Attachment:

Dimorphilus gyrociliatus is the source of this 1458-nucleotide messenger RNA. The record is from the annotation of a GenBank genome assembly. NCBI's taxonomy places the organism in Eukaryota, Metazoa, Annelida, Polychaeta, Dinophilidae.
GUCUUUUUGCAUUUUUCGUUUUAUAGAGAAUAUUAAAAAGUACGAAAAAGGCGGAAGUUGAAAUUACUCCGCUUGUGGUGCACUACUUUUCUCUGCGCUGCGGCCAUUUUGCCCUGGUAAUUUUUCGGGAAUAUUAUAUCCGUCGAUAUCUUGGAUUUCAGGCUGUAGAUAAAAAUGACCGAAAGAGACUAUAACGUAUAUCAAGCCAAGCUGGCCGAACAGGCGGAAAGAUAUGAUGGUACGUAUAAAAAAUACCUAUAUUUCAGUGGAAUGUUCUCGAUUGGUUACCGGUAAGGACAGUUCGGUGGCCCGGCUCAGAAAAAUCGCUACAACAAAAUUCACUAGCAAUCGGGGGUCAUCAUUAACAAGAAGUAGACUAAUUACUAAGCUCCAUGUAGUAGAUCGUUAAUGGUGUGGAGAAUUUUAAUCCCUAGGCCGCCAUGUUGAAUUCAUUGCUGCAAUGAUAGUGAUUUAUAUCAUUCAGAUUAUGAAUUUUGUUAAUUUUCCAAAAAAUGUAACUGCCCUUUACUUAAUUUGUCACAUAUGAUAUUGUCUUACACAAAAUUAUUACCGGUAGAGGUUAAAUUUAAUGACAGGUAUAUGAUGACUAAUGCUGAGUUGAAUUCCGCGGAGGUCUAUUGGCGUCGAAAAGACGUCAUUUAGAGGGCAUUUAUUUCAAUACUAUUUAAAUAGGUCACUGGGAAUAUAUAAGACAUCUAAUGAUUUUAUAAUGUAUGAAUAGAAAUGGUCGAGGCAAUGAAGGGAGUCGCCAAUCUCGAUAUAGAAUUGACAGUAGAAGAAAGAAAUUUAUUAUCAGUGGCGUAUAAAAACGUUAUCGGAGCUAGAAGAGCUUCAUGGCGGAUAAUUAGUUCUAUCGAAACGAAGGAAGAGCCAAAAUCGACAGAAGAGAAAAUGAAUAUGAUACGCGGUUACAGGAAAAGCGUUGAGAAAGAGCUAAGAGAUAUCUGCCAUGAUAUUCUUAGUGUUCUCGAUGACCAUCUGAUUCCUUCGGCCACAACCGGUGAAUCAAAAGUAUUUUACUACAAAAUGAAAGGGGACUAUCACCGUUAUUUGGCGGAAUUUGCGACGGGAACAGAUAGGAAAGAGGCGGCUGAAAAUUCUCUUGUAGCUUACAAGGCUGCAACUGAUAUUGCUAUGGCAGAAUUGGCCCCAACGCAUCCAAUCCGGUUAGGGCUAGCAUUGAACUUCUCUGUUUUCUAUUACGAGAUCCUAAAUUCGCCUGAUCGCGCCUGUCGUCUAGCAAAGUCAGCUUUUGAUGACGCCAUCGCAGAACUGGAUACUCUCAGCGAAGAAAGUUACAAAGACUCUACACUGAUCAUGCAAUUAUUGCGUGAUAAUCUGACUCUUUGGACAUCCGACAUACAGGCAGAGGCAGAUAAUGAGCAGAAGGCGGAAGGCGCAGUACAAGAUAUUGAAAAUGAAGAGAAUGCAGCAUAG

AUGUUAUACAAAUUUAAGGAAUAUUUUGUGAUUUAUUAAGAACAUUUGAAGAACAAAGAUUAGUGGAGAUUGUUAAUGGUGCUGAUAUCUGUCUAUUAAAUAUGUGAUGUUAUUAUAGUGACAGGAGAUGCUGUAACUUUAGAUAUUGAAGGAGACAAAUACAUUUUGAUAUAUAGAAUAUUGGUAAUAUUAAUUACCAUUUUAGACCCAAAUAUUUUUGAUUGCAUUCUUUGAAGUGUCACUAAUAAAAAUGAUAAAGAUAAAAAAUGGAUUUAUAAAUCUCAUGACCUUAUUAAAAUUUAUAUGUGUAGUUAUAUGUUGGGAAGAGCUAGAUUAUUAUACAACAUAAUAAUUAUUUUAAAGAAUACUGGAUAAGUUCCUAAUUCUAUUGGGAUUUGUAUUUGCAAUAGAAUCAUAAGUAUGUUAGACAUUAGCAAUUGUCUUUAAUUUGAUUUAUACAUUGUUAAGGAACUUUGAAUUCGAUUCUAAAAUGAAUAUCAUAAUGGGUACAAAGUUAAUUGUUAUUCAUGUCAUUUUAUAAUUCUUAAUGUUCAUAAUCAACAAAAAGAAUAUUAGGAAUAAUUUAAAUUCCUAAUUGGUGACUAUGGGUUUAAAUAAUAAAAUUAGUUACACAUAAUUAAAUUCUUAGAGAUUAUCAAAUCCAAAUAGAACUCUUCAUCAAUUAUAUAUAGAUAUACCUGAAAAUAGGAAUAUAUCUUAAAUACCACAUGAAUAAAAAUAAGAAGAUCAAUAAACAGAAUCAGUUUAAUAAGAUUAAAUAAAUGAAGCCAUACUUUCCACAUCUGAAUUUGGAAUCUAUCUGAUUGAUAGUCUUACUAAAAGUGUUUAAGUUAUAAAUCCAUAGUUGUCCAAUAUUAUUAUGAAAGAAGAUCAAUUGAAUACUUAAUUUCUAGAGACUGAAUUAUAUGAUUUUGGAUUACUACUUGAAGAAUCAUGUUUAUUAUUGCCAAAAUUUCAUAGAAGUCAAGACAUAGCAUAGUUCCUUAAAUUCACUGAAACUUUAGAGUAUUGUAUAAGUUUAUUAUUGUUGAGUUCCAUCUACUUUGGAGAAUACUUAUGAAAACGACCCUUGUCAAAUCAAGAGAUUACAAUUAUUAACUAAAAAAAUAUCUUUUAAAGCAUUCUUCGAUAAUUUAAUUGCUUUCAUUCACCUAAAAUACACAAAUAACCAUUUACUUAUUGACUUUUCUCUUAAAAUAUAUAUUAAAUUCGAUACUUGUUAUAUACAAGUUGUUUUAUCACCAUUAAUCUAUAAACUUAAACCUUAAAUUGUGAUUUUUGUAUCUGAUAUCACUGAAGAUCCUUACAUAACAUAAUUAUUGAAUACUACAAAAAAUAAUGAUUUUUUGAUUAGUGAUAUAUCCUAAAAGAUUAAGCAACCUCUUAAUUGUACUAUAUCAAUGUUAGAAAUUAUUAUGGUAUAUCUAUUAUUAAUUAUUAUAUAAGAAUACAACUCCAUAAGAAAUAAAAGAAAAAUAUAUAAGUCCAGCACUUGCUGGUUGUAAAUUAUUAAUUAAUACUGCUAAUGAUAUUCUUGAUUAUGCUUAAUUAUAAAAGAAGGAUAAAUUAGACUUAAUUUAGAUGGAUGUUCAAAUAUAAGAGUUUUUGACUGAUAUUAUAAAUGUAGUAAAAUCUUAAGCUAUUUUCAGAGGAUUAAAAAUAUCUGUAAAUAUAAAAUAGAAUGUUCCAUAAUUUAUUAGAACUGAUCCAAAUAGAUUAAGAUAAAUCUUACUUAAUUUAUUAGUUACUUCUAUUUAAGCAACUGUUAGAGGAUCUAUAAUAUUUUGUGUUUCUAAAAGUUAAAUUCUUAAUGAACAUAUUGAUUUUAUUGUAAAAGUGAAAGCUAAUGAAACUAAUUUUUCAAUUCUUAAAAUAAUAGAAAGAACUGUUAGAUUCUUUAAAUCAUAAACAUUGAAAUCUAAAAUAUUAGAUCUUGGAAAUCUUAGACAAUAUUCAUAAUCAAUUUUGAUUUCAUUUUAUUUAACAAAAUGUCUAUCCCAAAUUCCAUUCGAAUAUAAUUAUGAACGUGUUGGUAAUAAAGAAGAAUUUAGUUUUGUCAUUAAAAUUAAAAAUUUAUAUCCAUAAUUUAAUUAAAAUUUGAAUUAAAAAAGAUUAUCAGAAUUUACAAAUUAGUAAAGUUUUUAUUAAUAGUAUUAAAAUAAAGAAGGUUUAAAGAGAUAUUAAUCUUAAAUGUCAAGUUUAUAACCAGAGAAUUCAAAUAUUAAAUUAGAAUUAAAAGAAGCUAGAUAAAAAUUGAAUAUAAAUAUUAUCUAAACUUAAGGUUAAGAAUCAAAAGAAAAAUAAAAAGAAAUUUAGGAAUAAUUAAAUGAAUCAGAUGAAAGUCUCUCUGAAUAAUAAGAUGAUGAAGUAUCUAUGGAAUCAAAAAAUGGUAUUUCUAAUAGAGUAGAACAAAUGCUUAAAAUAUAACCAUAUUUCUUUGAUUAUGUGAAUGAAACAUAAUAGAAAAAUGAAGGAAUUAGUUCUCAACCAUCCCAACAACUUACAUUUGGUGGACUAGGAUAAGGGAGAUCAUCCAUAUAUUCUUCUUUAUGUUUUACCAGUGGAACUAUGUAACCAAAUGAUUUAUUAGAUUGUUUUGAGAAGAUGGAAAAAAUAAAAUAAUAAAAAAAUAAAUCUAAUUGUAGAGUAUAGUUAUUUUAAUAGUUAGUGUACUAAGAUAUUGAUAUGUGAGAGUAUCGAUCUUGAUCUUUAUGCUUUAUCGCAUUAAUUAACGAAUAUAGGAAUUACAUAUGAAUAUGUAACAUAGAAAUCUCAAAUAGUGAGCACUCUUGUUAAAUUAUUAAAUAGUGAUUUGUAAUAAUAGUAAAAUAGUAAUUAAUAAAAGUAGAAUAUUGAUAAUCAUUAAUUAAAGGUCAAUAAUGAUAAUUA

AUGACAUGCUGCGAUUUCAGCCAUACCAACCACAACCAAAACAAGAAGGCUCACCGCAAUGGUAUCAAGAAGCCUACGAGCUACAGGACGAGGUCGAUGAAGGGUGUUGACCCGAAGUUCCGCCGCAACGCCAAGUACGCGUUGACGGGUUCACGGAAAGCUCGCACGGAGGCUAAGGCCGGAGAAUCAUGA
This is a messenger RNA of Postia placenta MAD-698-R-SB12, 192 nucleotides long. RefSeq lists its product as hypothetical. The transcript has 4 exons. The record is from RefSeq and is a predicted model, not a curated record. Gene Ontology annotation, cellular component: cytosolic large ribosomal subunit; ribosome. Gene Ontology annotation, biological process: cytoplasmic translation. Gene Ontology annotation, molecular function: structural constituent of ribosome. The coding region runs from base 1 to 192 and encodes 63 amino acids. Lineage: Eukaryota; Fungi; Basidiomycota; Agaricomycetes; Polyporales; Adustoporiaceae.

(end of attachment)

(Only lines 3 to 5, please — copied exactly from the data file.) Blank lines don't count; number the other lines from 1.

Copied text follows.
AUGUUAUACAAAUUUAAGGAAUAUUUUGUGAUUUAUUAAGAACAUUUGAAGAACAAAGAUUAGUGGAGAUUGUUAAUGGUGCUGAUAUCUGUCUAUUAAAUAUGUGAUGUUAUUAUAGUGACAGGAGAUGCUGUAACUUUAGAUAUUGAAGGAGACAAAUACAUUUUGAUAUAUAGAAUAUUGGUAAUAUUAAUUACCAUUUUAGACCCAAAUAUUUUUGAUUGCAUUCUUUGAAGUGUCACUAAUAAAAAUGAUAAAGAUAAAAAAUGGAUUUAUAAAUCUCAUGACCUUAUUAAAAUUUAUAUGUGUAGUUAUAUGUUGGGAAGAGCUAGAUUAUUAUACAACAUAAUAAUUAUUUUAAAGAAUACUGGAUAAGUUCCUAAUUCUAUUGGGAUUUGUAUUUGCAAUAGAAUCAUAAGUAUGUUAGACAUUAGCAAUUGUCUUUAAUUUGAUUUAUACAUUGUUAAGGAACUUUGAAUUCGAUUCUAAAAUGAAUAUCAUAAUGGGUACAAAGUUAAUUGUUAUUCAUGUCAUUUUAUAAUUCUUAAUGUUCAUAAUCAACAAAAAGAAUAUUAGGAAUAAUUUAAAUUCCUAAUUGGUGACUAUGGGUUUAAAUAAUAAAAUUAGUUACACAUAAUUAAAUUCUUAGAGAUUAUCAAAUCCAAAUAGAACUCUUCAUCAAUUAUAUAUAGAUAUACCUGAAAAUAGGAAUAUAUCUUAAAUACCACAUGAAUAAAAAUAAGAAGAUCAAUAAACAGAAUCAGUUUAAUAAGAUUAAAUAAAUGAAGCCAUACUUUCCACAUCUGAAUUUGGAAUCUAUCUGAUUGAUAGUCUUACUAAAAGUGUUUAAGUUAUAAAUCCAUAGUUGUCCAAUAUUAUUAUGAAAGAAGAUCAAUUGAAUACUUAAUUUCUAGAGACUGAAUUAUAUGAUUUUGGAUUACUACUUGAAGAAUCAUGUUUAUUAUUGCCAAAAUUUCAUAGAAGUCAAGACAUAGCAUAGUUCCUUAAAUUCACUGAAACUUUAGAGUAUUGUAUAAGUUUAUUAUUGUUGAGUUCCAUCUACUUUGGAGAAUACUUAUGAAAACGACCCUUGUCAAAUCAAGAGAUUACAAUUAUUAACUAAAAAAAUAUCUUUUAAAGCAUUCUUCGAUAAUUUAAUUGCUUUCAUUCACCUAAAAUACACAAAUAACCAUUUACUUAUUGACUUUUCUCUUAAAAUAUAUAUUAAAUUCGAUACUUGUUAUAUACAAGUUGUUUUAUCACCAUUAAUCUAUAAACUUAAACCUUAAAUUGUGAUUUUUGUAUCUGAUAUCACUGAAGAUCCUUACAUAACAUAAUUAUUGAAUACUACAAAAAAUAAUGAUUUUUUGAUUAGUGAUAUAUCCUAAAAGAUUAAGCAACCUCUUAAUUGUACUAUAUCAAUGUUAGAAAUUAUUAUGGUAUAUCUAUUAUUAAUUAUUAUAUAAGAAUACAACUCCAUAAGAAAUAAAAGAAAAAUAUAUAAGUCCAGCACUUGCUGGUUGUAAAUUAUUAAUUAAUACUGCUAAUGAUAUUCUUGAUUAUGCUUAAUUAUAAAAGAAGGAUAAAUUAGACUUAAUUUAGAUGGAUGUUCAAAUAUAAGAGUUUUUGACUGAUAUUAUAAAUGUAGUAAAAUCUUAAGCUAUUUUCAGAGGAUUAAAAAUAUCUGUAAAUAUAAAAUAGAAUGUUCCAUAAUUUAUUAGAACUGAUCCAAAUAGAUUAAGAUAAAUCUUACUUAAUUUAUUAGUUACUUCUAUUUAAGCAACUGUUAGAGGAUCUAUAAUAUUUUGUGUUUCUAAAAGUUAAAUUCUUAAUGAACAUAUUGAUUUUAUUGUAAAAGUGAAAGCUAAUGAAACUAAUUUUUCAAUUCUUAAAAUAAUAGAAAGAACUGUUAGAUUCUUUAAAUCAUAAACAUUGAAAUCUAAAAUAUUAGAUCUUGGAAAUCUUAGACAAUAUUCAUAAUCAAUUUUGAUUUCAUUUUAUUUAACAAAAUGUCUAUCCCAAAUUCCAUUCGAAUAUAAUUAUGAACGUGUUGGUAAUAAAGAAGAAUUUAGUUUUGUCAUUAAAAUUAAAAAUUUAUAUCCAUAAUUUAAUUAAAAUUUGAAUUAAAAAAGAUUAUCAGAAUUUACAAAUUAGUAAAGUUUUUAUUAAUAGUAUUAAAAUAAAGAAGGUUUAAAGAGAUAUUAAUCUUAAAUGUCAAGUUUAUAACCAGAGAAUUCAAAUAUUAAAUUAGAAUUAAAAGAAGCUAGAUAAAAAUUGAAUAUAAAUAUUAUCUAAACUUAAGGUUAAGAAUCAAAAGAAAAAUAAAAAGAAAUUUAGGAAUAAUUAAAUGAAUCAGAUGAAAGUCUCUCUGAAUAAUAAGAUGAUGAAGUAUCUAUGGAAUCAAAAAAUGGUAUUUCUAAUAGAGUAGAACAAAUGCUUAAAAUAUAACCAUAUUUCUUUGAUUAUGUGAAUGAAACAUAAUAGAAAAAUGAAGGAAUUAGUUCUCAACCAUCCCAACAACUUACAUUUGGUGGACUAGGAUAAGGGAGAUCAUCCAUAUAUUCUUCUUUAUGUUUUACCAGUGGAACUAUGUAACCAAAUGAUUUAUUAGAUUGUUUUGAGAAGAUGGAAAAAAUAAAAUAAUAAAAAAAUAAAUCUAAUUGUAGAGUAUAGUUAUUUUAAUAGUUAGUGUACUAAGAUAUUGAUAUGUGAGAGUAUCGAUCUUGAUCUUUAUGCUUUAUCGCAUUAAUUAACGAAUAUAGGAAUUACAUAUGAAUAUGUAACAUAGAAAUCUCAAAUAGUGAGCACUCUUGUUAAAUUAUUAAAUAGUGAUUUGUAAUAAUAGUAAAAUAGUAAUUAAUAAAAGUAGAAUAUUGAUAAUCAUUAAUUAAAGGUCAAUAAUGAUAAUUA

AUGACAUGCUGCGAUUUCAGCCAUACCAACCACAACCAAAACAAGAAGGCUCACCGCAAUGGUAUCAAGAAGCCUACGAGCUACAGGACGAGGUCGAUGAAGGGUGUUGACCCGAAGUUCCGCCGCAACGCCAAGUACGCGUUGACGGGUUCACGGAAAGCUCGCACGGAGGCUAAGGCCGGAGAAUCAUGA
This is a messenger RNA of Postia placenta MAD-698-R-SB12, 192 nucleotides long. RefSeq lists its product as hypothetical. The transcript has 4 exons. The record is from RefSeq and is a predicted model, not a curated record. Gene Ontology annotation, cellular component: cytosolic large ribosomal subunit; ribosome. Gene Ontology annotation, biological process: cytoplasmic translation. Gene Ontology annotation, molecular function: structural constituent of ribosome. The coding region runs from base 1 to 192 and encodes 63 amino acids. Lineage: Eukaryota; Fungi; Basidiomycota; Agaricomycetes; Polyporales; Adustoporiaceae.